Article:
Just south of Seattle in Highline School District, the student body represents 81 nationalities and 70 different languages. It is a district of immigrants, struggling to establish a toehold in a new culture.
Many have fled terrifying ethnic or political conflicts in far-flung parts of the world and are living at poverty level – or worse. Reaching them requires a creative approach.
A new partnership between PLU, the school district and Highline Community College is helping bridge the gap.
The “Grow Your Own Teachers” program identifies adults in the Highline community who held professional degrees in their native countries and helps them navigate the complex maze of state bureaucracy and cultural nuance to become state-certified teachers.
The hope is that foreign-born adults who have faced the same challenges as many of their students will motivate the students to stay in school and remain on the road to full participation in U.S. society.
“The kids identify because they see people of their own color, and that’s the whole idea,” said Paula Leitz, associate dean of PLU’s School of Education. Leitz coordinates the “Grow Your Own Teachers” program on behalf of PLU with the help of colleagues Beth Crippen and Tony Aho, ’99.
The program begins in June each year and features classroom instruction at PLU through the summer and into the fall semester. Students in the teacher-training program still struggling with English or other basic skills supplement their PLU coursework with classes at Highline Community College.
In September, the “Grow Your Own” students enter an unpaid, one-year internship and take classes on Saturdays through the fall term. From January through the end of the school year, students continue their internships at middle and high schools in Highline School District.
The students are officially Lutes, and will hold a PLU degree upon completion of the program. Students pay
PLU tuition, though they each receive a $5,000 scholarship from the state of Washington.
School district staff oversee student work during the internship phase of the program.
Carol Gregory and Mauricio Ayon are district staffers on Highline’s Community Engagement Team. They supervise the “Grow Your Own” students’ internships.
“Our community demographics have been changing dramatically over the last 10 years,” Gregory explained. “Our superintendent at the time believed that if we didn’t get to know our community and work with them, it would be much more difficult to reach the academic levels that we were hoping for for our kids.”
Planning for the program began in the spring of 2004. The first group of “Grow Your Own” students – four total – began classes at PLU in June 2005. By June of this year, three of the four, Somalia-born Mahamud Iman, Kimani Mbuthia of Kenya and Timoa Mageo of American Samoa, will be certified teachers.
Around the same time, the next crop of “Grow Your Own” students will be starting classes at PLU.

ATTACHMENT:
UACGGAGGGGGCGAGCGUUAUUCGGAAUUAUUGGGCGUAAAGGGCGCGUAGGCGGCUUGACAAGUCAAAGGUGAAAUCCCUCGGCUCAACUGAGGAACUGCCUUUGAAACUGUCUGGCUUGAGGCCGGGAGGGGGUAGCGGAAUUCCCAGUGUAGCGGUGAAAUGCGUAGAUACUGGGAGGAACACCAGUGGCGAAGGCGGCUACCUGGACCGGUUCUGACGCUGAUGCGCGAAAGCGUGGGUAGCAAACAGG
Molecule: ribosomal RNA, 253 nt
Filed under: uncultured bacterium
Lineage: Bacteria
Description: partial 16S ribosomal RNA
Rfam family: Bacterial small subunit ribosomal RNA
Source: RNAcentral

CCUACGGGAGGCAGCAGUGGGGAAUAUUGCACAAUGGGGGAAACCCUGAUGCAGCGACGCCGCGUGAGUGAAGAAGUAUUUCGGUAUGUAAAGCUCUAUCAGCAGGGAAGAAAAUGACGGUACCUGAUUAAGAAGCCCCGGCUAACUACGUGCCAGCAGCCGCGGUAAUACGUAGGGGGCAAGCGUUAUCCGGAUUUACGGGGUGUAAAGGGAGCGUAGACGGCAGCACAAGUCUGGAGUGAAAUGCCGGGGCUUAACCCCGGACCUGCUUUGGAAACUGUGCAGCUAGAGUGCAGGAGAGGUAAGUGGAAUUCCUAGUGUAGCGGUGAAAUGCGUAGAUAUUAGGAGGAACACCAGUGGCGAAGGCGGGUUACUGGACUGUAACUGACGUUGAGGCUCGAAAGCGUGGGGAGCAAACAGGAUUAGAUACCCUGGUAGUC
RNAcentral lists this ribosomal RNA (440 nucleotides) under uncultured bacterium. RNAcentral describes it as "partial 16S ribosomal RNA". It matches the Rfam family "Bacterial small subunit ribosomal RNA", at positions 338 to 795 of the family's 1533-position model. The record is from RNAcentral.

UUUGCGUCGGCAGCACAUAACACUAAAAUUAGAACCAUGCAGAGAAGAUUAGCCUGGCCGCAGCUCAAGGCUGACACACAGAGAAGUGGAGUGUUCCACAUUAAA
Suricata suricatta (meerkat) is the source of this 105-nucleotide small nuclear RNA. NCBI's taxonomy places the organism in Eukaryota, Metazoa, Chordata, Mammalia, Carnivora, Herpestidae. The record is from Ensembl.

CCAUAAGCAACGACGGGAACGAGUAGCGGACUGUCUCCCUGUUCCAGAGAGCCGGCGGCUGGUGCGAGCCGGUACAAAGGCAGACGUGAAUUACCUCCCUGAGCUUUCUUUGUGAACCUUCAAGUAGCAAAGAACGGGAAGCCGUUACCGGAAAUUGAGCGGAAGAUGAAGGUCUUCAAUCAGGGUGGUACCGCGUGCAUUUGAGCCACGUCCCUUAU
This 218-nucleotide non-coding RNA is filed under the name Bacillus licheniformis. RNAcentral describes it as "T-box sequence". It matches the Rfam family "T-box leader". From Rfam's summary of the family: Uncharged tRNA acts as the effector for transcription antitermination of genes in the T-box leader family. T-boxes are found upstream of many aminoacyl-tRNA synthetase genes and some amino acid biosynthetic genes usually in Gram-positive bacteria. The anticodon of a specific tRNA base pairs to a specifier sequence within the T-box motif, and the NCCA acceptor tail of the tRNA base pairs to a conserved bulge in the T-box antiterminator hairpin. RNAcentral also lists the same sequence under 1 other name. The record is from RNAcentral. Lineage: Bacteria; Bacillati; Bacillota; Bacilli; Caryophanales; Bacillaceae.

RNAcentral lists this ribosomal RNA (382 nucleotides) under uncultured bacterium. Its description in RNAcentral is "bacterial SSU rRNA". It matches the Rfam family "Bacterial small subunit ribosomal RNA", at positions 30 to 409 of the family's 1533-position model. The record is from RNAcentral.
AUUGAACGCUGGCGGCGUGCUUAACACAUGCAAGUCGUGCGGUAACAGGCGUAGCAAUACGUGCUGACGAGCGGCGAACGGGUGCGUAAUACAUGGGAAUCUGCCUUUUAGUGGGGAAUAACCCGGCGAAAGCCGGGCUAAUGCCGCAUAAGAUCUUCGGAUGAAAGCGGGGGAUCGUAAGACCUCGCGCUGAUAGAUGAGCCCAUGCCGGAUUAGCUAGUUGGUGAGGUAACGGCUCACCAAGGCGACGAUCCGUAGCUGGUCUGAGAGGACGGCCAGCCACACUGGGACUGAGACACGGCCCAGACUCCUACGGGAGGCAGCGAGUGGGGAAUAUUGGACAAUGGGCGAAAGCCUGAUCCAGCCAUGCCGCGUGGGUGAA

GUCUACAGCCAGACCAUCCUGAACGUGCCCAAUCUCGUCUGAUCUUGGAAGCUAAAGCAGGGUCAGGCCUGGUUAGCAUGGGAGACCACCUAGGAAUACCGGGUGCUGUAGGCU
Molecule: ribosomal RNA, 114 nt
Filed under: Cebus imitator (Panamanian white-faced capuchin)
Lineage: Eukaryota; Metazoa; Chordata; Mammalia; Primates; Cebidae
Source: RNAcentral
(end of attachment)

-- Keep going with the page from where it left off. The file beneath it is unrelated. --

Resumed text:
The students must overcome significant hurdles to complete the program. State-mandated tests must be translated by the students to their native languages to ensure full comprehension of the questions. Then they translate the answers back to English.
“It’s been much more difficult for them to pass the basic skills test because all of these tests are timed,” Gregory said. “Consequently, they have to take it more times. That became a very big barrier. Costs (to take the tests) are a barrier, too, but we knew that going in.”
Sitting around a table in a wood-paneled conference room at district headquarters in April, the students lamented a $165 charge for this, a $35 licensing fee for that. The unpaid internships mean all of the students hold jobs outside the program. Several face the additional burden of supporting their families at the same time.
Challenges aside, the “Grow Your Own” team interviewed dozens of prospective students throughout the spring.
“Word is out now,” Leitz said. After interviewing several, Leitz said the personal histories of these teacher-hopefuls are some of the most compelling she’s ever heard.
Iman, a Somali who came to the U.S. on a lottery visa nine years ago, witnessed the indiscriminate killing of hapless civilians and lost his home, savings and personal belongings in a bloody civil war. He became a U.S. citizen in December.
Since arriving in the United States, he has become an avid writer, creating hundreds of essays on various subjects to help hone his English and process the confusion and depression he felt after seeing his home destroyed.
An essay titled “Why I Choose to Pursue a Career in Teaching” explained that issues of color in schools, including the gap between teacher and student-body demographics and the disproportionate way students of color are disciplined in the schools, inspire him to teach and to bond with his students.
“I personally love teaching and enjoy interacting with students, reading their essays and learning from their honesty and sincerity,” he wrote. “They inspire me and I hope to inspire them.”